• Only gambles with money they can afford to lose
  • Never chases their losses
  • Doesn’t gamble if they’re upset, angry or depressed
  • Gamcare – www.gamcare.org.uk
  • Gamble Aware – www.begambleaware.org
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Minnesota wildfire doubles in size, creates its own weather

A wildfire in northeastern Minnesota more than doubled in size Tuesday, growing to more than 19,000 acres, after it produced pyrocumulous clouds that generated lightning and even raindrops, fire officials said.

The Greenwood Fire’s growth, most of which happened Monday afternoon, prompted firefighters to leave McDougal Lake, about 80 miles south-southwest of Duluth, officials said. Authorities fear that structures might have been destroyed or damaged.

“We had crews embedded, and as this fire took off, it was quite an effort to communicate with forces on the ground so they could get out,” said federal fire incident spokesman Clark McCreedy.

The pullout was a success, and no injuries were reported. However, downed trees and necessary cleanup mean crews have been unable to assess damage around the lake, McCreedy said.

In addition to the firefighter pullout, 159 dwellings were evacuated Monday, according to an update from the National Wildfire Coordinating Group. Cabins, homes and recreational sites remain under threat, the group said.

Patrick Prochaska, a Minneapolis resident who built a cabin near McDougal Lake in 2012, told NBC affiliate KARE that he watched via security camera as flames mostly bypassed his property Monday, causing minor damage.

“I was feeling very scared,” he said. “At the same time, I could see that it was not doing anything to the house, and it was kind of reassuring.”

The fire in and north of Superior National Forest has mostly performed according to the weather, fire officials said. On Monday, with dry fuel on the ground and temperatures in the high 80s, it was an expanding inferno punctuated by strobes of lightning.

“The winds were drawn into the fire from all directions,” the incident’s fire behavior analyst, Michael Locke, said in a video update Tuesday. “It created what we call pyrocumulous clouds. And really high in the atmosphere … you’d see a thunderstorm, and in fact they went high enough to produce a few sprinkles of rain and even some lightning.”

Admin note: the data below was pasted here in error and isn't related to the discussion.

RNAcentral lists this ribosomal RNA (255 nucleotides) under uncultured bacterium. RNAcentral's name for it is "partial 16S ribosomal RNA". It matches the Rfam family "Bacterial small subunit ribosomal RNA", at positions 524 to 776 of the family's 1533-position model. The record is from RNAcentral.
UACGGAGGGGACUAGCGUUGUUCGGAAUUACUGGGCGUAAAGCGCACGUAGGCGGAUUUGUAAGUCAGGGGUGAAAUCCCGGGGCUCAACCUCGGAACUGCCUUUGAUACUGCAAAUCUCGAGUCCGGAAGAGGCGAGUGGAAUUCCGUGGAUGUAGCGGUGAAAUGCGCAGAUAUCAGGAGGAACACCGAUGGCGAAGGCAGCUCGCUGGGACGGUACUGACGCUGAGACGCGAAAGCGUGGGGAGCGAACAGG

Temperatures dipped into the mid-70s Tuesday, and the blaze mellowed. “The real story was cloud cover and cooler temperatures,” McCreedy said.

More of the same, and possibly rain, was in the forecast, giving officials hope that they might be able to close the book on an unusually active and dry fire season in Minnesota.

Experts have said climate change has set the stage for extreme weather, including an increase in the frequency and intensity of wildfires in the Northern Hemisphere.

Firefighters — 426 were assigned to the Greenwood event — have been confronted with “prolonged, severe drought,” making parts of Minnesota look like the fire-prone West this summer, McCreedy said.

The Greenwood Fire, which was detected Aug. 15, is believed to have been sparked by lightning.

So far, firefighters have scored no containment, and areas including McDougal Lake, Sand Lake and the Highway 2 corridor have been under mandatory evacuation orders. The federal Boundary Waters Canoe Area Wilderness was closed Saturday “due to active and increasing fire activity, extreme drought, limited resources,” the National Forest Service said in a notice.

Officials set a goal of Sept. 1 for full containment.

“We’re probably going to get more of that moderating weather for the rest of the week,” McCreedy said. “That opens the door for fire crews to make progress on the ground.”

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Hiker survives grizzly bear attack at Denali National Park

A tourist from Indiana was attacked and injured by a grizzly bear at Denali National Park and Preserve in Alaska on Monday night, park officials said.

The 55-year-old tourist, whose name was not released, was hiking alone in dense fog in the Thoroughfare Pass area when a mother bear and multiple cubs charged him from nearby bushes, the National Park Service said in a statement Tuesday.

He had puncture wounds to a calf, his left ribs and his left shoulder, the agency said.

The victim used bear spray that might have cut the attack short, the park service indicated. He walked 1.5 miles to a visitor’s center where “medical personnel” vacationing at Denali treated him as a park bus driver called 911, it said.

The hiker was taken to a medical center near the park before he was transferred to Fairbanks Memorial Hospital, about 120 miles away, park officials said. He was stabilized at the Fairbanks hospital, they said.

“Due to the apparent defensive nature of this attack, there are no plans to locate the bear involved,” the park service said. “Female bears with cubs are naturally defensive of their young, especially when surprised. There is no indication that this bear is unusually dangerous.”

Grizzly bears are federally protected as a threatened species in the lower 48 states. According to the National Wildlife Federation, fewer than 1,500 grizzlies are left in the lower 48, but they thrive, comparatively, in Alaska, where they have a population of about 31,000.

The backcountry area of the attack is closed for one week as a precaution, the park service said.